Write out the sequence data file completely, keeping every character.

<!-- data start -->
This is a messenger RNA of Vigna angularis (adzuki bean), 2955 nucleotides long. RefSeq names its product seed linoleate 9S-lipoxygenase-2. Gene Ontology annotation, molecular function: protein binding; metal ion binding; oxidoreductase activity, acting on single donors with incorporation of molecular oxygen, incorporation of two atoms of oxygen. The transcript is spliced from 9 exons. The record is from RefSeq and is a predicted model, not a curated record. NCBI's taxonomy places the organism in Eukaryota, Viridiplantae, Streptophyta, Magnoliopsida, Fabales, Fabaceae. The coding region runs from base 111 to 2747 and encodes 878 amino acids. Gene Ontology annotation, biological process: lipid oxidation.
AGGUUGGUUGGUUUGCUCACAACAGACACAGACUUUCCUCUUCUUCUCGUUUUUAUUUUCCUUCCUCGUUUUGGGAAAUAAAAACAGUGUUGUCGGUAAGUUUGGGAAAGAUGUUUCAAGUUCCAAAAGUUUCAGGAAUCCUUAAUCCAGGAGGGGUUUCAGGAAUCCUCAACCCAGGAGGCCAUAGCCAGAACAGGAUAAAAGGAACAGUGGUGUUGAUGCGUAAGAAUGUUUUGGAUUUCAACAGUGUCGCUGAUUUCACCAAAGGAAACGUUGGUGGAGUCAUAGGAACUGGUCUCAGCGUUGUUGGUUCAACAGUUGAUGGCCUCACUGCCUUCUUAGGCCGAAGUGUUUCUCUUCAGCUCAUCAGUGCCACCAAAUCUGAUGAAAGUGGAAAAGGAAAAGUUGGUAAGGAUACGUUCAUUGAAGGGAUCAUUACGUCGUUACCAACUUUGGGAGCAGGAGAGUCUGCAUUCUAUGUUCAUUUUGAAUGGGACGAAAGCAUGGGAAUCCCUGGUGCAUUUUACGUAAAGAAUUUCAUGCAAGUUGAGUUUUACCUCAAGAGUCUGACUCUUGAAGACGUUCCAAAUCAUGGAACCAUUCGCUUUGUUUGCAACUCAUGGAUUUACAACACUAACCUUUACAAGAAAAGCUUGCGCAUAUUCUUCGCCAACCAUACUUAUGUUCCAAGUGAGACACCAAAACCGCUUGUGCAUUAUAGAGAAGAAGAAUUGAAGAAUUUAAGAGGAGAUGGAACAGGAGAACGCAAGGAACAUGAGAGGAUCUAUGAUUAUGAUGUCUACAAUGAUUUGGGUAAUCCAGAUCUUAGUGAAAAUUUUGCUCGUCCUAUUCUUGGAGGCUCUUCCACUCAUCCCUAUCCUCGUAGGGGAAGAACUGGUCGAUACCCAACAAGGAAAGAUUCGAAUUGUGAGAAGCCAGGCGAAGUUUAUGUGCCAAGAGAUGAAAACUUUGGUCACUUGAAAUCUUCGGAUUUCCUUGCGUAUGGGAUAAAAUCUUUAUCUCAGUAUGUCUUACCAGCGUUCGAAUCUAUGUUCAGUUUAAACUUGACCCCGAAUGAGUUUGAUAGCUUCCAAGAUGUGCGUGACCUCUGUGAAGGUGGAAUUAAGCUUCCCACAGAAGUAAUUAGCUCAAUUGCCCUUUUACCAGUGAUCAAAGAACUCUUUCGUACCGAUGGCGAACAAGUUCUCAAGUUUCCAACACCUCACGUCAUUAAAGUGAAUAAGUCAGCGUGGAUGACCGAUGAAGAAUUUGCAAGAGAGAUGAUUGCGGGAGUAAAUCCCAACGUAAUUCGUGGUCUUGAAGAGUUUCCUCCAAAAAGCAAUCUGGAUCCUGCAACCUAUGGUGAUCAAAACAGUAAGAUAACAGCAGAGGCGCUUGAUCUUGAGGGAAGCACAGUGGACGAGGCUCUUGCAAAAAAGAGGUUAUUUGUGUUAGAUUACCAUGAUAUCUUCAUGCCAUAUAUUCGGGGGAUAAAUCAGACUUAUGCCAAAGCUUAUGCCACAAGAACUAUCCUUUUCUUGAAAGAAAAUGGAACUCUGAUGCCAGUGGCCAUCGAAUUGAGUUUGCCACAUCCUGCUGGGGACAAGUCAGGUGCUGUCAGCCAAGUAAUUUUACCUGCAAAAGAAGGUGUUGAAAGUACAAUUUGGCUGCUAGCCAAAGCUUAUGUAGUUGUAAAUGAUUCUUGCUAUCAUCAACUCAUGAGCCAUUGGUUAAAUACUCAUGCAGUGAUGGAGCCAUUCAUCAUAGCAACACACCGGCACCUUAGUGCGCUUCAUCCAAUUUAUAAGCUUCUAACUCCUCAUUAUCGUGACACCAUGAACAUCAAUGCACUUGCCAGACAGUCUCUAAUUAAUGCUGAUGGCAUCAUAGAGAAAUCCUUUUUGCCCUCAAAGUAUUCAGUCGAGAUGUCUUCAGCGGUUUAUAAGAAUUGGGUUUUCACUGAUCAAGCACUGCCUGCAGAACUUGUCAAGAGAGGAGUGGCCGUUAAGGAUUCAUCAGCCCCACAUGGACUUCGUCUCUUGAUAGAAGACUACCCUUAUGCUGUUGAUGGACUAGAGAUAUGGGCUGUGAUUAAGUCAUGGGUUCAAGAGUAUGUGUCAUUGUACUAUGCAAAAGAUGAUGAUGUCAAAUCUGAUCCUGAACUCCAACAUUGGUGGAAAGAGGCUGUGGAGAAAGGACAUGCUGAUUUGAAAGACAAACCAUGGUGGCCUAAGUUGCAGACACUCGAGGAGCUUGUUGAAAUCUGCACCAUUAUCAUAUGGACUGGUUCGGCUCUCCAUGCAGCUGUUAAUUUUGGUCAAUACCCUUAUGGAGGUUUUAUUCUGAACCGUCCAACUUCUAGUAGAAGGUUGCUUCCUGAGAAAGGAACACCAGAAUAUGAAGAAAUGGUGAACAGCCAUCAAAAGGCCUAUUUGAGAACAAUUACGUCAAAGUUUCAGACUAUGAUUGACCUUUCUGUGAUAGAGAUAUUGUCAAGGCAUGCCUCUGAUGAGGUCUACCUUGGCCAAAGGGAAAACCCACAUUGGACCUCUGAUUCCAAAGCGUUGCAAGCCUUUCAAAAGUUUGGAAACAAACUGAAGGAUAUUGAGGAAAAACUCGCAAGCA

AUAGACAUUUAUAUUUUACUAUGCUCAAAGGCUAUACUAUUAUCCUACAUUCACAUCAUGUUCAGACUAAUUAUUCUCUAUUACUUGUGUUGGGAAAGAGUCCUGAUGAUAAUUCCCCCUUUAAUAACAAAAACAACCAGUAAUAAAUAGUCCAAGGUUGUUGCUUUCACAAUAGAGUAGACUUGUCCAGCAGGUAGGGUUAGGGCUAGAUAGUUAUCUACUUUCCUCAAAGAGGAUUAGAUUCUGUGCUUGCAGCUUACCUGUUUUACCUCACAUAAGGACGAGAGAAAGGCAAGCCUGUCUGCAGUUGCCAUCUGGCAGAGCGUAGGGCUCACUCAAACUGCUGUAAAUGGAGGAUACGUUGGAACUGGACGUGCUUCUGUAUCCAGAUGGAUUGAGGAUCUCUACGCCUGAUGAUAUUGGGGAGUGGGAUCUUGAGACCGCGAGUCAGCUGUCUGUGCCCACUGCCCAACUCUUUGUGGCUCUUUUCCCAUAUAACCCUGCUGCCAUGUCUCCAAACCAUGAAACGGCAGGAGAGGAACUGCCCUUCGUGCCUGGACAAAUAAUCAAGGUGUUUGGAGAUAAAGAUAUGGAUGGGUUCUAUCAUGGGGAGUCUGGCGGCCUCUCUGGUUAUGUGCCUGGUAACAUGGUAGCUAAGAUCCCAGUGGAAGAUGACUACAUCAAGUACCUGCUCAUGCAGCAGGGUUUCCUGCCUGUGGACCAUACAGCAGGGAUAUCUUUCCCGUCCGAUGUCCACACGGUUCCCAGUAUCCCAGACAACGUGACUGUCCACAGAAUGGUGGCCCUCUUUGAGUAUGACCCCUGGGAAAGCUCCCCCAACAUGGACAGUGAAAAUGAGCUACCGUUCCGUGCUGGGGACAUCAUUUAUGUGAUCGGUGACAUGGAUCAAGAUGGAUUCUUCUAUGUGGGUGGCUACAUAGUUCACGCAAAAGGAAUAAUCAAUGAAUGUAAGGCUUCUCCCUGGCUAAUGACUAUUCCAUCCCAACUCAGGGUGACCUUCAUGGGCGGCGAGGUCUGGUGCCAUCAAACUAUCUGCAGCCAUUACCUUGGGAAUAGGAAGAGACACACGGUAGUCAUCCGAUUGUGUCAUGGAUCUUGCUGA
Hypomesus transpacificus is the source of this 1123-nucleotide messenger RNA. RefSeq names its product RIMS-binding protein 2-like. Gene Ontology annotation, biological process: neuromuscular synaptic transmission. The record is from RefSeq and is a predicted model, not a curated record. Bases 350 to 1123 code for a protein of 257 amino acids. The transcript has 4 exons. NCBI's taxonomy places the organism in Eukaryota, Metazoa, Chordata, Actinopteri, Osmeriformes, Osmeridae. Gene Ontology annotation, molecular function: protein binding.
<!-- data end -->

This is a messenger RNA of Vigna angularis (adzuki bean), 2955 nucleotides long. RefSeq names its product seed linoleate 9S-lipoxygenase-2. Gene Ontology annotation, molecular function: protein binding; metal ion binding; oxidoreductase activity, acting on single donors with incorporation of molecular oxygen, incorporation of two atoms of oxygen. The transcript is spliced from 9 exons. The record is from RefSeq and is a predicted model, not a curated record. NCBI's taxonomy places the organism in Eukaryota, Viridiplantae, Streptophyta, Magnoliopsida, Fabales, Fabaceae. The coding region runs from base 111 to 2747 and encodes 878 amino acids. Gene Ontology annotation, biological process: lipid oxidation.
AGGUUGGUUGGUUUGCUCACAACAGACACAGACUUUCCUCUUCUUCUCGUUUUUAUUUUCCUUCCUCGUUUUGGGAAAUAAAAACAGUGUUGUCGGUAAGUUUGGGAAAGAUGUUUCAAGUUCCAAAAGUUUCAGGAAUCCUUAAUCCAGGAGGGGUUUCAGGAAUCCUCAACCCAGGAGGCCAUAGCCAGAACAGGAUAAAAGGAACAGUGGUGUUGAUGCGUAAGAAUGUUUUGGAUUUCAACAGUGUCGCUGAUUUCACCAAAGGAAACGUUGGUGGAGUCAUAGGAACUGGUCUCAGCGUUGUUGGUUCAACAGUUGAUGGCCUCACUGCCUUCUUAGGCCGAAGUGUUUCUCUUCAGCUCAUCAGUGCCACCAAAUCUGAUGAAAGUGGAAAAGGAAAAGUUGGUAAGGAUACGUUCAUUGAAGGGAUCAUUACGUCGUUACCAACUUUGGGAGCAGGAGAGUCUGCAUUCUAUGUUCAUUUUGAAUGGGACGAAAGCAUGGGAAUCCCUGGUGCAUUUUACGUAAAGAAUUUCAUGCAAGUUGAGUUUUACCUCAAGAGUCUGACUCUUGAAGACGUUCCAAAUCAUGGAACCAUUCGCUUUGUUUGCAACUCAUGGAUUUACAACACUAACCUUUACAAGAAAAGCUUGCGCAUAUUCUUCGCCAACCAUACUUAUGUUCCAAGUGAGACACCAAAACCGCUUGUGCAUUAUAGAGAAGAAGAAUUGAAGAAUUUAAGAGGAGAUGGAACAGGAGAACGCAAGGAACAUGAGAGGAUCUAUGAUUAUGAUGUCUACAAUGAUUUGGGUAAUCCAGAUCUUAGUGAAAAUUUUGCUCGUCCUAUUCUUGGAGGCUCUUCCACUCAUCCCUAUCCUCGUAGGGGAAGAACUGGUCGAUACCCAACAAGGAAAGAUUCGAAUUGUGAGAAGCCAGGCGAAGUUUAUGUGCCAAGAGAUGAAAACUUUGGUCACUUGAAAUCUUCGGAUUUCCUUGCGUAUGGGAUAAAAUCUUUAUCUCAGUAUGUCUUACCAGCGUUCGAAUCUAUGUUCAGUUUAAACUUGACCCCGAAUGAGUUUGAUAGCUUCCAAGAUGUGCGUGACCUCUGUGAAGGUGGAAUUAAGCUUCCCACAGAAGUAAUUAGCUCAAUUGCCCUUUUACCAGUGAUCAAAGAACUCUUUCGUACCGAUGGCGAACAAGUUCUCAAGUUUCCAACACCUCACGUCAUUAAAGUGAAUAAGUCAGCGUGGAUGACCGAUGAAGAAUUUGCAAGAGAGAUGAUUGCGGGAGUAAAUCCCAACGUAAUUCGUGGUCUUGAAGAGUUUCCUCCAAAAAGCAAUCUGGAUCCUGCAACCUAUGGUGAUCAAAACAGUAAGAUAACAGCAGAGGCGCUUGAUCUUGAGGGAAGCACAGUGGACGAGGCUCUUGCAAAAAAGAGGUUAUUUGUGUUAGAUUACCAUGAUAUCUUCAUGCCAUAUAUUCGGGGGAUAAAUCAGACUUAUGCCAAAGCUUAUGCCACAAGAACUAUCCUUUUCUUGAAAGAAAAUGGAACUCUGAUGCCAGUGGCCAUCGAAUUGAGUUUGCCACAUCCUGCUGGGGACAAGUCAGGUGCUGUCAGCCAAGUAAUUUUACCUGCAAAAGAAGGUGUUGAAAGUACAAUUUGGCUGCUAGCCAAAGCUUAUGUAGUUGUAAAUGAUUCUUGCUAUCAUCAACUCAUGAGCCAUUGGUUAAAUACUCAUGCAGUGAUGGAGCCAUUCAUCAUAGCAACACACCGGCACCUUAGUGCGCUUCAUCCAAUUUAUAAGCUUCUAACUCCUCAUUAUCGUGACACCAUGAACAUCAAUGCACUUGCCAGACAGUCUCUAAUUAAUGCUGAUGGCAUCAUAGAGAAAUCCUUUUUGCCCUCAAAGUAUUCAGUCGAGAUGUCUUCAGCGGUUUAUAAGAAUUGGGUUUUCACUGAUCAAGCACUGCCUGCAGAACUUGUCAAGAGAGGAGUGGCCGUUAAGGAUUCAUCAGCCCCACAUGGACUUCGUCUCUUGAUAGAAGACUACCCUUAUGCUGUUGAUGGACUAGAGAUAUGGGCUGUGAUUAAGUCAUGGGUUCAAGAGUAUGUGUCAUUGUACUAUGCAAAAGAUGAUGAUGUCAAAUCUGAUCCUGAACUCCAACAUUGGUGGAAAGAGGCUGUGGAGAAAGGACAUGCUGAUUUGAAAGACAAACCAUGGUGGCCUAAGUUGCAGACACUCGAGGAGCUUGUUGAAAUCUGCACCAUUAUCAUAUGGACUGGUUCGGCUCUCCAUGCAGCUGUUAAUUUUGGUCAAUACCCUUAUGGAGGUUUUAUUCUGAACCGUCCAACUUCUAGUAGAAGGUUGCUUCCUGAGAAAGGAACACCAGAAUAUGAAGAAAUGGUGAACAGCCAUCAAAAGGCCUAUUUGAGAACAAUUACGUCAAAGUUUCAGACUAUGAUUGACCUUUCUGUGAUAGAGAUAUUGUCAAGGCAUGCCUCUGAUGAGGUCUACCUUGGCCAAAGGGAAAACCCACAUUGGACCUCUGAUUCCAAAGCGUUGCAAGCCUUUCAAAAGUUUGGAAACAAACUGAAGGAUAUUGAGGAAAAACUCGCAAGCA

AUAGACAUUUAUAUUUUACUAUGCUCAAAGGCUAUACUAUUAUCCUACAUUCACAUCAUGUUCAGACUAAUUAUUCUCUAUUACUUGUGUUGGGAAAGAGUCCUGAUGAUAAUUCCCCCUUUAAUAACAAAAACAACCAGUAAUAAAUAGUCCAAGGUUGUUGCUUUCACAAUAGAGUAGACUUGUCCAGCAGGUAGGGUUAGGGCUAGAUAGUUAUCUACUUUCCUCAAAGAGGAUUAGAUUCUGUGCUUGCAGCUUACCUGUUUUACCUCACAUAAGGACGAGAGAAAGGCAAGCCUGUCUGCAGUUGCCAUCUGGCAGAGCGUAGGGCUCACUCAAACUGCUGUAAAUGGAGGAUACGUUGGAACUGGACGUGCUUCUGUAUCCAGAUGGAUUGAGGAUCUCUACGCCUGAUGAUAUUGGGGAGUGGGAUCUUGAGACCGCGAGUCAGCUGUCUGUGCCCACUGCCCAACUCUUUGUGGCUCUUUUCCCAUAUAACCCUGCUGCCAUGUCUCCAAACCAUGAAACGGCAGGAGAGGAACUGCCCUUCGUGCCUGGACAAAUAAUCAAGGUGUUUGGAGAUAAAGAUAUGGAUGGGUUCUAUCAUGGGGAGUCUGGCGGCCUCUCUGGUUAUGUGCCUGGUAACAUGGUAGCUAAGAUCCCAGUGGAAGAUGACUACAUCAAGUACCUGCUCAUGCAGCAGGGUUUCCUGCCUGUGGACCAUACAGCAGGGAUAUCUUUCCCGUCCGAUGUCCACACGGUUCCCAGUAUCCCAGACAACGUGACUGUCCACAGAAUGGUGGCCCUCUUUGAGUAUGACCCCUGGGAAAGCUCCCCCAACAUGGACAGUGAAAAUGAGCUACCGUUCCGUGCUGGGGACAUCAUUUAUGUGAUCGGUGACAUGGAUCAAGAUGGAUUCUUCUAUGUGGGUGGCUACAUAGUUCACGCAAAAGGAAUAAUCAAUGAAUGUAAGGCUUCUCCCUGGCUAAUGACUAUUCCAUCCCAACUCAGGGUGACCUUCAUGGGCGGCGAGGUCUGGUGCCAUCAAACUAUCUGCAGCCAUUACCUUGGGAAUAGGAAGAGACACACGGUAGUCAUCCGAUUGUGUCAUGGAUCUUGCUGA
Hypomesus transpacificus is the source of this 1123-nucleotide messenger RNA. RefSeq names its product RIMS-binding protein 2-like. Gene Ontology annotation, biological process: neuromuscular synaptic transmission. The record is from RefSeq and is a predicted model, not a curated record. Bases 350 to 1123 code for a protein of 257 amino acids. The transcript has 4 exons. NCBI's taxonomy places the organism in Eukaryota, Metazoa, Chordata, Actinopteri, Osmeriformes, Osmeridae. Gene Ontology annotation, molecular function: protein binding.